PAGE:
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Wednesday, May 30, 2007

'Pastime' blends love, baseball and World War II internment

The score is tied as the runner leads off third base, the batter tenses and the pitcher gets ready to deliver. The crowd in the small-town ballpark holds its collective breath as the battle between two local rivals comes down to the last inning and the last pitch.

A little earlier, the lovers, who had been separated by her father, share a tender, hidden moment under the grandstand.

Except ... this is 1944, the game is between the local community’s ballclub and a team of Japanese Americans interned in a nearby relocation camp in rural Utah, and there’s a lot more at stake than a game of baseball.

American Pastime, a new movie released last week on DVD (Warner Home Video, $19.98, not rated) and enjoying a limited theatrical run in Los Angeles, Berkeley, Fresno, Salt Lake City and Tokyo, is set in Utah’s Topaz internment camp during World War II. Beginning early in 1942, after Pearl Harbor, more than 120,000 Americans of Japanese descent—of whom about 75 percent were U.S. citizens—were forcibly removed from their homes and locked up in camps in isolated parts of the country.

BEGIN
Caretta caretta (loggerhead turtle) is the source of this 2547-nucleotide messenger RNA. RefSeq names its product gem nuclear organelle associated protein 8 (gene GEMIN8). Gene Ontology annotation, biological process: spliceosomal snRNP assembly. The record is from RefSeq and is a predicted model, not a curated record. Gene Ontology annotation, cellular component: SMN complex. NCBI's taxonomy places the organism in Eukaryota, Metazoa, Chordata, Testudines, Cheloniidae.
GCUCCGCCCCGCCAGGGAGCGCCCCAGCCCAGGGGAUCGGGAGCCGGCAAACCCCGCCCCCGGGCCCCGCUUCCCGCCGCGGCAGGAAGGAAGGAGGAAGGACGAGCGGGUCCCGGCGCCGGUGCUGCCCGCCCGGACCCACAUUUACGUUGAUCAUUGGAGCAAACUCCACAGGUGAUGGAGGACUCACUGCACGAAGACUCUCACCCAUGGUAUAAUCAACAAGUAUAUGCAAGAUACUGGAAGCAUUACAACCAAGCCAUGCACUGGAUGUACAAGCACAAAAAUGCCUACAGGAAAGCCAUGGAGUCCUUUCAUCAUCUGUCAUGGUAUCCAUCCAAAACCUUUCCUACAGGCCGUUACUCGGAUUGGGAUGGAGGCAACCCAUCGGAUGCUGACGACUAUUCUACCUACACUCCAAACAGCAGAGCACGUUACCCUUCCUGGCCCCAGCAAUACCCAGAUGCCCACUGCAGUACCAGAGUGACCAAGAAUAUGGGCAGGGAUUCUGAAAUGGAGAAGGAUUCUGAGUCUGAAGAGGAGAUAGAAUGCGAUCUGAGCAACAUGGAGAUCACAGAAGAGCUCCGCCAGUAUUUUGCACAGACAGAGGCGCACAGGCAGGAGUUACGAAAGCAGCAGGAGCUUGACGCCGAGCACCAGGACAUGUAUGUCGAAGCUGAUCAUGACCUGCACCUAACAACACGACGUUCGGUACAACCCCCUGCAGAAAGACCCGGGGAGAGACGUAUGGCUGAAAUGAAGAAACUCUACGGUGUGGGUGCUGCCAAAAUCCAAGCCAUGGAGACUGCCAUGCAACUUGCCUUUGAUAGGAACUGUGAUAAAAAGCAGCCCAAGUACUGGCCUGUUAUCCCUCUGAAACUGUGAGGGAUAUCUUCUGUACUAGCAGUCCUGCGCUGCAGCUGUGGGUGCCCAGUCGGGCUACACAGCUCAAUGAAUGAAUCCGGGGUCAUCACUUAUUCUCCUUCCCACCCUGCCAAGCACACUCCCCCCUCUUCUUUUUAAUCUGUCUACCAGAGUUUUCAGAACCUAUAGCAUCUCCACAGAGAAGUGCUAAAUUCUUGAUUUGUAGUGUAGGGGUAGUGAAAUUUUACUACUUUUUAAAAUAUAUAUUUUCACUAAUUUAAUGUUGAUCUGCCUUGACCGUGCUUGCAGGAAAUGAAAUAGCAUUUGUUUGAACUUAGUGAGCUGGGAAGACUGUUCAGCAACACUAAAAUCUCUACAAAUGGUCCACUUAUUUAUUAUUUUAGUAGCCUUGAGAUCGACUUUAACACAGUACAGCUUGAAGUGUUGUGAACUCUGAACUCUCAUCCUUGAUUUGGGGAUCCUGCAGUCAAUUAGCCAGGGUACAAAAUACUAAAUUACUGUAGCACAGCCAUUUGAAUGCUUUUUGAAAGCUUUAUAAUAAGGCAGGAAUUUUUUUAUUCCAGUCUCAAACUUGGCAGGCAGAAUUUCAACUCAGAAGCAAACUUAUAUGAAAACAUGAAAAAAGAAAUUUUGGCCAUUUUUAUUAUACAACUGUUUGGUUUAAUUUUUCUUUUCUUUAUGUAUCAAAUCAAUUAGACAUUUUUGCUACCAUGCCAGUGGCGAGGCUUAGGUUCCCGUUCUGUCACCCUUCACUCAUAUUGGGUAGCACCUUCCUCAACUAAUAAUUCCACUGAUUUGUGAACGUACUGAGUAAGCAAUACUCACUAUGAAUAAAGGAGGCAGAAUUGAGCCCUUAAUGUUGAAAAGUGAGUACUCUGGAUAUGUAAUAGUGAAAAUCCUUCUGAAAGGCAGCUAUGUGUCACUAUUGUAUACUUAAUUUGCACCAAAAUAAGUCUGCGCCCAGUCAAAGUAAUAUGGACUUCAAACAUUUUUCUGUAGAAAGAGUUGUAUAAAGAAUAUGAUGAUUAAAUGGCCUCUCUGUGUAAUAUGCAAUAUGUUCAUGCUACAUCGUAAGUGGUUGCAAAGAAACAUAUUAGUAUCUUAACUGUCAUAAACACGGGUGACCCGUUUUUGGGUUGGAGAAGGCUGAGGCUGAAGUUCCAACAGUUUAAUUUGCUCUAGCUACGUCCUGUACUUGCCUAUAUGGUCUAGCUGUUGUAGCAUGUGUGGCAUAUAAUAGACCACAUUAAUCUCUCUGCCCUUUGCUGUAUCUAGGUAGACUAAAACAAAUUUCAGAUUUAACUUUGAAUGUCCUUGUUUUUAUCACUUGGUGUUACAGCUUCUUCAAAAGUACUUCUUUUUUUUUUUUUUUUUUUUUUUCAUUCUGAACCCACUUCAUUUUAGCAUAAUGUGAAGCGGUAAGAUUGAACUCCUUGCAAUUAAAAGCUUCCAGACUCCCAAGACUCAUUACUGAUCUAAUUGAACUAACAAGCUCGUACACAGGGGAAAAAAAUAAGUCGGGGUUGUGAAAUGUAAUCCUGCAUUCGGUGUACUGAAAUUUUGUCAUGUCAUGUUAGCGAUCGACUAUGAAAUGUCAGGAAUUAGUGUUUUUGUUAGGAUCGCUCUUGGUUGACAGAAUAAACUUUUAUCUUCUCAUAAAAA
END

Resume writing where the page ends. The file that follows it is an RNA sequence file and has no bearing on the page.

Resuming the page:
To help themselves survive, many of the internees played their favorite sport—baseball....

Baseball was important to the internees, says [Kerry Yo] Nakagawa, “because it raised the spirits of the people and brought normalcy to a very abnormal condition and situation.”

For Nakano, although “baseball was a way that could let an audience into the movie,” he “wanted it to work on a level where a general audience would be able to understand the story....”

Both Nakano and [writer-director Desmond] Nakagawa have high hopes that their film will help educate all Americans—particularly young people—about the internment camps yet also reveal parallels to contemporary American society.

“I think our film really resonates today,” says Nakagawa. “We now have Arab Americans, Sikh Americans, Muslim Americans really feeling the racial profiling and hatred after 9/11. And currently, Mexican Americans are having to deal with xenophobia. ... We hoped that we would have learned the lessons of the past and therefore wouldn’t repeat them.” [Link]

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